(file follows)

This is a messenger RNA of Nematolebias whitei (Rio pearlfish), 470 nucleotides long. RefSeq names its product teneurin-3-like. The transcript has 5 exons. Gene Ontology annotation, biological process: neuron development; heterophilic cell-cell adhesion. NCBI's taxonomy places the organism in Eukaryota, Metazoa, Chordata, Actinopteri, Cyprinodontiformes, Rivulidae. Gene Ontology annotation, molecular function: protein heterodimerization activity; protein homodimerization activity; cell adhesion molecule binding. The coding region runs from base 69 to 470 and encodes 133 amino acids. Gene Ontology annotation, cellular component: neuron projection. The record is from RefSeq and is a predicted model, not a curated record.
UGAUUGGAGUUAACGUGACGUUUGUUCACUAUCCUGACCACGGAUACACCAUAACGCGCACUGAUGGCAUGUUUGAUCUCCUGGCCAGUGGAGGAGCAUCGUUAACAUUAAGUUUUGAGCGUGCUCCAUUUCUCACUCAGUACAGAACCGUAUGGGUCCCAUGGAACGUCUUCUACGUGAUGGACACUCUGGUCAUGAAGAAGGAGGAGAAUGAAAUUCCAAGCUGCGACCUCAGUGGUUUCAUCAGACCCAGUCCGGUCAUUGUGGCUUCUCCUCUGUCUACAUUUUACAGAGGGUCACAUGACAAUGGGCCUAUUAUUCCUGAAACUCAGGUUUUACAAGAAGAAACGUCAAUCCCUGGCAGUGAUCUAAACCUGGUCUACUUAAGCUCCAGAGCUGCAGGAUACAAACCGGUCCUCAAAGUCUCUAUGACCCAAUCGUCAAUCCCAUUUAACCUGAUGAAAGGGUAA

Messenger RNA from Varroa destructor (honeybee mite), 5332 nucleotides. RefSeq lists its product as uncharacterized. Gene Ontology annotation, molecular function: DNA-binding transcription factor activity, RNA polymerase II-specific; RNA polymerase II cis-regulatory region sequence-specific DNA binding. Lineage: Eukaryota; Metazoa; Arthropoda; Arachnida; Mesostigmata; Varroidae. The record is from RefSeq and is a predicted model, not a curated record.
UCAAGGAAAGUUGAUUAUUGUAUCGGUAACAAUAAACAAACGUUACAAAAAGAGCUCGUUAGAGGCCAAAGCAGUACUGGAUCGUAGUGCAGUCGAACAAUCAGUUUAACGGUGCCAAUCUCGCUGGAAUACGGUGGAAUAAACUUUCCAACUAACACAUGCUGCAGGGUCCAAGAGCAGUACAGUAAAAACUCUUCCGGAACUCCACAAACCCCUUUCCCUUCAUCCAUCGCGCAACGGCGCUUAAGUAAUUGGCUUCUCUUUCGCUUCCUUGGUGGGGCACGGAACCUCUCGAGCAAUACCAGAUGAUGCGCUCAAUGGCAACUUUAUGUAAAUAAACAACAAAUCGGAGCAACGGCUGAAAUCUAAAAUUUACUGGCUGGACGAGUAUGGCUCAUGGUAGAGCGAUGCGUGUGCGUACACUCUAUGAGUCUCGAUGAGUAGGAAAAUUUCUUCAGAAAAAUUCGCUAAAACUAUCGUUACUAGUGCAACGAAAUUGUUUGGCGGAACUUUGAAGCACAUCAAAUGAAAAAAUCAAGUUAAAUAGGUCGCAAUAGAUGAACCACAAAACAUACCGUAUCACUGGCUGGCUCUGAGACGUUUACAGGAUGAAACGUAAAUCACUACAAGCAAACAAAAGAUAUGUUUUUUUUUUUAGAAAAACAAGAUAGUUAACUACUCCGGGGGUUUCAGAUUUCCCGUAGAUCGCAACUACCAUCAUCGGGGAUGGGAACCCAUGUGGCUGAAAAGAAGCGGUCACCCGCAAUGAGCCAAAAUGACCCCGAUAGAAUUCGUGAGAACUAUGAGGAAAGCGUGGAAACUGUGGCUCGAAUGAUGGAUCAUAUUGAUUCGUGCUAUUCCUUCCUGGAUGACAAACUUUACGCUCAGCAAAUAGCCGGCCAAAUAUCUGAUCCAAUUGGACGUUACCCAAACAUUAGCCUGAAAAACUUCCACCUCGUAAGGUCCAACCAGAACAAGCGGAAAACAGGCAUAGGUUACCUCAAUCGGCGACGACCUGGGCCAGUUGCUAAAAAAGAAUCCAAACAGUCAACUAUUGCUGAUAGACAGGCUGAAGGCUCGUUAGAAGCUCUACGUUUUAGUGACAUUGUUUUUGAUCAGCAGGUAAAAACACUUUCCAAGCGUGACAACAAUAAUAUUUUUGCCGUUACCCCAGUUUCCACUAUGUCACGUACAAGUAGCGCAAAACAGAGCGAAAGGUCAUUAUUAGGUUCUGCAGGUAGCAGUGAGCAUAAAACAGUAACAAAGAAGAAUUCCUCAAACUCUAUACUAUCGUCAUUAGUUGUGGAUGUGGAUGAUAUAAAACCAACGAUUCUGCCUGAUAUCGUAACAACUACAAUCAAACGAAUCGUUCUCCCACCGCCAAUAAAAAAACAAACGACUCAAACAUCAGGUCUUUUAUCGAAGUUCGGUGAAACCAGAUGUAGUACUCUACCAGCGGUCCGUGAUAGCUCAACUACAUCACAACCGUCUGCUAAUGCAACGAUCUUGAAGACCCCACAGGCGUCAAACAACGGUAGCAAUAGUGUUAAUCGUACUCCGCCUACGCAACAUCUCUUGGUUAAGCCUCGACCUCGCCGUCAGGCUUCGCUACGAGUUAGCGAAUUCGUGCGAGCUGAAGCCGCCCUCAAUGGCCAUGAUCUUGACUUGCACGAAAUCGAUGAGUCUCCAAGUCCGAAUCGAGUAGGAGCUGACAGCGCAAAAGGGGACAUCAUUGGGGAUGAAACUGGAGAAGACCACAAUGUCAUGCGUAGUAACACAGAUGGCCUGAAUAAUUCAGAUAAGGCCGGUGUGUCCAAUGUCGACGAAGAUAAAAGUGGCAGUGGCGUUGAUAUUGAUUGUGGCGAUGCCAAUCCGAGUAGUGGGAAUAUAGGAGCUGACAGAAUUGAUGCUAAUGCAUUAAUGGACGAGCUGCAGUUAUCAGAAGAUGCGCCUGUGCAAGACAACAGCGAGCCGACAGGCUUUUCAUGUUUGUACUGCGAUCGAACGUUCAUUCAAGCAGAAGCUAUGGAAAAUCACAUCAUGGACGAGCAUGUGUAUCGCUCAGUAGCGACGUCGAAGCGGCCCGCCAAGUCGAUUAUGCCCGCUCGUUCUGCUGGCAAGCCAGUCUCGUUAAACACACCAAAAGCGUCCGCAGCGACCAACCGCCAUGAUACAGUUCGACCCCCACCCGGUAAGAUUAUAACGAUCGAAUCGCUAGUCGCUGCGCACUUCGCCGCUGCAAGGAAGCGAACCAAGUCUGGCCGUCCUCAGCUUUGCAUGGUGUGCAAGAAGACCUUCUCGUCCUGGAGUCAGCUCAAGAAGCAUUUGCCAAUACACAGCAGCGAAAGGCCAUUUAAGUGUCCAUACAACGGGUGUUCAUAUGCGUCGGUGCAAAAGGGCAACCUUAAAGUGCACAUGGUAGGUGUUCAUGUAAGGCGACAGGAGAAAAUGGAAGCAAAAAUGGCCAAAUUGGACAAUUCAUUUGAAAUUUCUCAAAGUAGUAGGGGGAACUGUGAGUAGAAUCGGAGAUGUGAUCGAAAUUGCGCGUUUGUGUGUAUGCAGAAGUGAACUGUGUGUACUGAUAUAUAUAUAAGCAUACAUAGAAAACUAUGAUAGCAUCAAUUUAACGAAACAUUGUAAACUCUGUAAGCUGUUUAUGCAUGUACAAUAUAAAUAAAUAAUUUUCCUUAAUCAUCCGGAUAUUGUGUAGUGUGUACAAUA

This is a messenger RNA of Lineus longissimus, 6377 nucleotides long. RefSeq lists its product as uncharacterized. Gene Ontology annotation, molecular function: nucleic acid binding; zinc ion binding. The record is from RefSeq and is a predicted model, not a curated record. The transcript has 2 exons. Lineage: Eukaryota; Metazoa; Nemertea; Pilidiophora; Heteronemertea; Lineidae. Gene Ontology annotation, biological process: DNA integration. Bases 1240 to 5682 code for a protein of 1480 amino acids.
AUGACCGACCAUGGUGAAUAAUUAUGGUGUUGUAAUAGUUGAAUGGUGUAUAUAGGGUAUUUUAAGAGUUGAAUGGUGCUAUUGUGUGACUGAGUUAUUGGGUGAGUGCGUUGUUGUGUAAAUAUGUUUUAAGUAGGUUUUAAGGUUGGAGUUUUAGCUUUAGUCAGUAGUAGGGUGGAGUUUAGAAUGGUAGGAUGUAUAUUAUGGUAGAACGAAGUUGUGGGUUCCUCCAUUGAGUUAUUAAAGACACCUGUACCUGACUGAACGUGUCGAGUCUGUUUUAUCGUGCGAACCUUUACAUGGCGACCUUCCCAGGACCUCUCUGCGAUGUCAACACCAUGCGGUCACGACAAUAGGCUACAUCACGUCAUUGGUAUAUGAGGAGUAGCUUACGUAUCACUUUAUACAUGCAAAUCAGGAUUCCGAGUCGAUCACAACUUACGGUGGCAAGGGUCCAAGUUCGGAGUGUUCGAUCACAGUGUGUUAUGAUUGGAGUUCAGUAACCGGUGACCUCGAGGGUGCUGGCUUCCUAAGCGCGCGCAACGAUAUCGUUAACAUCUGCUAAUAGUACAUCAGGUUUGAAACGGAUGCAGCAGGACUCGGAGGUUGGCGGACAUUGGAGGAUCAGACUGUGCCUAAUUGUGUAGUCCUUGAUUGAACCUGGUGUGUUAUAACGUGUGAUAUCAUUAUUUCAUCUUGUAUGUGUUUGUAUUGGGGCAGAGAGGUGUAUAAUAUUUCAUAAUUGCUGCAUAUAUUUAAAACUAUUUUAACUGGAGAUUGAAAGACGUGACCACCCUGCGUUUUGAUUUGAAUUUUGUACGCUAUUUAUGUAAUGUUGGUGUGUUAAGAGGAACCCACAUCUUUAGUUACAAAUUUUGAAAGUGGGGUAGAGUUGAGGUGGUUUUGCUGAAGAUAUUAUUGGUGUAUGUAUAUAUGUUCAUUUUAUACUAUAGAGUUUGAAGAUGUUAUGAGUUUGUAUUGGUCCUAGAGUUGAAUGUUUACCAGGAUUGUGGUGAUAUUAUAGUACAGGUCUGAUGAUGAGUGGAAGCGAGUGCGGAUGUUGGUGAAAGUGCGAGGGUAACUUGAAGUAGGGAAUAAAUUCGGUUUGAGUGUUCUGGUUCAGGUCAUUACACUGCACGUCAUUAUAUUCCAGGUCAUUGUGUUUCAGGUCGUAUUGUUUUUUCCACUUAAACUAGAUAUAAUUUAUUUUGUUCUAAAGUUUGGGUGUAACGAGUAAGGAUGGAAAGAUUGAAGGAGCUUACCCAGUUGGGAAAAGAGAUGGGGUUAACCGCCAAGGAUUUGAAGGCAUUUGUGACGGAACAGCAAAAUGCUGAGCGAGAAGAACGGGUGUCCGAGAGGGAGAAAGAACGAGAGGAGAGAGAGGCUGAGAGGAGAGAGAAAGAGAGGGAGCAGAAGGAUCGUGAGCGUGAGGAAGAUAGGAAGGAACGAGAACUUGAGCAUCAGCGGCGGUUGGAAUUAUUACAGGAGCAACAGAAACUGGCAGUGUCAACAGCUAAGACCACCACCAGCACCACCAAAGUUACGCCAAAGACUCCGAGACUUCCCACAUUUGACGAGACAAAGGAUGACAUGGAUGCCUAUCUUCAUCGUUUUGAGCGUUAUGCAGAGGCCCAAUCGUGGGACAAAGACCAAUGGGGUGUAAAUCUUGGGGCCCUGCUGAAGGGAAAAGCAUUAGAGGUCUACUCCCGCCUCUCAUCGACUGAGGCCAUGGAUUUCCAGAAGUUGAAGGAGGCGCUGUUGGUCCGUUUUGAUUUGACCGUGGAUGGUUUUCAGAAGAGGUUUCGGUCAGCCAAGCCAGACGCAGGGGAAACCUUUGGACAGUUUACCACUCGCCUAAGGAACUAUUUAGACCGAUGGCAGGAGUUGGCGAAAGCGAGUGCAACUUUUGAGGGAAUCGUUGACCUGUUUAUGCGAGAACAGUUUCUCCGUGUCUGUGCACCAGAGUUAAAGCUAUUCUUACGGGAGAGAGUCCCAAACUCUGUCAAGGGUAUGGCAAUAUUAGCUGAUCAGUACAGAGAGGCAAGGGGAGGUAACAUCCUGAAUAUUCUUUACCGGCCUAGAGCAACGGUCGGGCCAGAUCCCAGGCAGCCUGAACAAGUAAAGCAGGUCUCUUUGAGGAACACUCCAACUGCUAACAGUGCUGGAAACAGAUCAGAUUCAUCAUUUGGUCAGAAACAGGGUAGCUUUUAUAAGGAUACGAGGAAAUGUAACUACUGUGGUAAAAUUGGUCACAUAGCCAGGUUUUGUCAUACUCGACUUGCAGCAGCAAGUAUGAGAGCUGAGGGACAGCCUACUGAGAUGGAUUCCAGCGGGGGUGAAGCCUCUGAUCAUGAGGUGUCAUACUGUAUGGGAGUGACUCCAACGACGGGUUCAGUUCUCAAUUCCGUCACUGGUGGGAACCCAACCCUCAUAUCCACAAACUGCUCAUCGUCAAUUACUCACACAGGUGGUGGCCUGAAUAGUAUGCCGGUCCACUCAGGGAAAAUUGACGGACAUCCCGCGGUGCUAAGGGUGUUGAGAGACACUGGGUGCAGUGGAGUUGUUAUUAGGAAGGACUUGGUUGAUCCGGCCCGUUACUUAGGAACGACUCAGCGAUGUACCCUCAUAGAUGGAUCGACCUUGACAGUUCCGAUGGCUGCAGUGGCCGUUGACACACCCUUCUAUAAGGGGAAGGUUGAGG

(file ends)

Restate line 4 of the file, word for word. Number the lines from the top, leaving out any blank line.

UCAAGGAAAGUUGAUUAUUGUAUCGGUAACAAUAAACAAACGUUACAAAAAGAGCUCGUUAGAGGCCAAAGCAGUACUGGAUCGUAGUGCAGUCGAACAAUCAGUUUAACGGUGCCAAUCUCGCUGGAAUACGGUGGAAUAAACUUUCCAACUAACACAUGCUGCAGGGUCCAAGAGCAGUACAGUAAAAACUCUUCCGGAACUCCACAAACCCCUUUCCCUUCAUCCAUCGCGCAACGGCGCUUAAGUAAUUGGCUUCUCUUUCGCUUCCUUGGUGGGGCACGGAACCUCUCGAGCAAUACCAGAUGAUGCGCUCAAUGGCAACUUUAUGUAAAUAAACAACAAAUCGGAGCAACGGCUGAAAUCUAAAAUUUACUGGCUGGACGAGUAUGGCUCAUGGUAGAGCGAUGCGUGUGCGUACACUCUAUGAGUCUCGAUGAGUAGGAAAAUUUCUUCAGAAAAAUUCGCUAAAACUAUCGUUACUAGUGCAACGAAAUUGUUUGGCGGAACUUUGAAGCACAUCAAAUGAAAAAAUCAAGUUAAAUAGGUCGCAAUAGAUGAACCACAAAACAUACCGUAUCACUGGCUGGCUCUGAGACGUUUACAGGAUGAAACGUAAAUCACUACAAGCAAACAAAAGAUAUGUUUUUUUUUUUAGAAAAACAAGAUAGUUAACUACUCCGGGGGUUUCAGAUUUCCCGUAGAUCGCAACUACCAUCAUCGGGGAUGGGAACCCAUGUGGCUGAAAAGAAGCGGUCACCCGCAAUGAGCCAAAAUGACCCCGAUAGAAUUCGUGAGAACUAUGAGGAAAGCGUGGAAACUGUGGCUCGAAUGAUGGAUCAUAUUGAUUCGUGCUAUUCCUUCCUGGAUGACAAACUUUACGCUCAGCAAAUAGCCGGCCAAAUAUCUGAUCCAAUUGGACGUUACCCAAACAUUAGCCUGAAAAACUUCCACCUCGUAAGGUCCAACCAGAACAAGCGGAAAACAGGCAUAGGUUACCUCAAUCGGCGACGACCUGGGCCAGUUGCUAAAAAAGAAUCCAAACAGUCAACUAUUGCUGAUAGACAGGCUGAAGGCUCGUUAGAAGCUCUACGUUUUAGUGACAUUGUUUUUGAUCAGCAGGUAAAAACACUUUCCAAGCGUGACAACAAUAAUAUUUUUGCCGUUACCCCAGUUUCCACUAUGUCACGUACAAGUAGCGCAAAACAGAGCGAAAGGUCAUUAUUAGGUUCUGCAGGUAGCAGUGAGCAUAAAACAGUAACAAAGAAGAAUUCCUCAAACUCUAUACUAUCGUCAUUAGUUGUGGAUGUGGAUGAUAUAAAACCAACGAUUCUGCCUGAUAUCGUAACAACUACAAUCAAACGAAUCGUUCUCCCACCGCCAAUAAAAAAACAAACGACUCAAACAUCAGGUCUUUUAUCGAAGUUCGGUGAAACCAGAUGUAGUACUCUACCAGCGGUCCGUGAUAGCUCAACUACAUCACAACCGUCUGCUAAUGCAACGAUCUUGAAGACCCCACAGGCGUCAAACAACGGUAGCAAUAGUGUUAAUCGUACUCCGCCUACGCAACAUCUCUUGGUUAAGCCUCGACCUCGCCGUCAGGCUUCGCUACGAGUUAGCGAAUUCGUGCGAGCUGAAGCCGCCCUCAAUGGCCAUGAUCUUGACUUGCACGAAAUCGAUGAGUCUCCAAGUCCGAAUCGAGUAGGAGCUGACAGCGCAAAAGGGGACAUCAUUGGGGAUGAAACUGGAGAAGACCACAAUGUCAUGCGUAGUAACACAGAUGGCCUGAAUAAUUCAGAUAAGGCCGGUGUGUCCAAUGUCGACGAAGAUAAAAGUGGCAGUGGCGUUGAUAUUGAUUGUGGCGAUGCCAAUCCGAGUAGUGGGAAUAUAGGAGCUGACAGAAUUGAUGCUAAUGCAUUAAUGGACGAGCUGCAGUUAUCAGAAGAUGCGCCUGUGCAAGACAACAGCGAGCCGACAGGCUUUUCAUGUUUGUACUGCGAUCGAACGUUCAUUCAAGCAGAAGCUAUGGAAAAUCACAUCAUGGACGAGCAUGUGUAUCGCUCAGUAGCGACGUCGAAGCGGCCCGCCAAGUCGAUUAUGCCCGCUCGUUCUGCUGGCAAGCCAGUCUCGUUAAACACACCAAAAGCGUCCGCAGCGACCAACCGCCAUGAUACAGUUCGACCCCCACCCGGUAAGAUUAUAACGAUCGAAUCGCUAGUCGCUGCGCACUUCGCCGCUGCAAGGAAGCGAACCAAGUCUGGCCGUCCUCAGCUUUGCAUGGUGUGCAAGAAGACCUUCUCGUCCUGGAGUCAGCUCAAGAAGCAUUUGCCAAUACACAGCAGCGAAAGGCCAUUUAAGUGUCCAUACAACGGGUGUUCAUAUGCGUCGGUGCAAAAGGGCAACCUUAAAGUGCACAUGGUAGGUGUUCAUGUAAGGCGACAGGAGAAAAUGGAAGCAAAAAUGGCCAAAUUGGACAAUUCAUUUGAAAUUUCUCAAAGUAGUAGGGGGAACUGUGAGUAGAAUCGGAGAUGUGAUCGAAAUUGCGCGUUUGUGUGUAUGCAGAAGUGAACUGUGUGUACUGAUAUAUAUAUAAGCAUACAUAGAAAACUAUGAUAGCAUCAAUUUAACGAAACAUUGUAAACUCUGUAAGCUGUUUAUGCAUGUACAAUAUAAAUAAAUAAUUUUCCUUAAUCAUCCGGAUAUUGUGUAGUGUGUACAAUA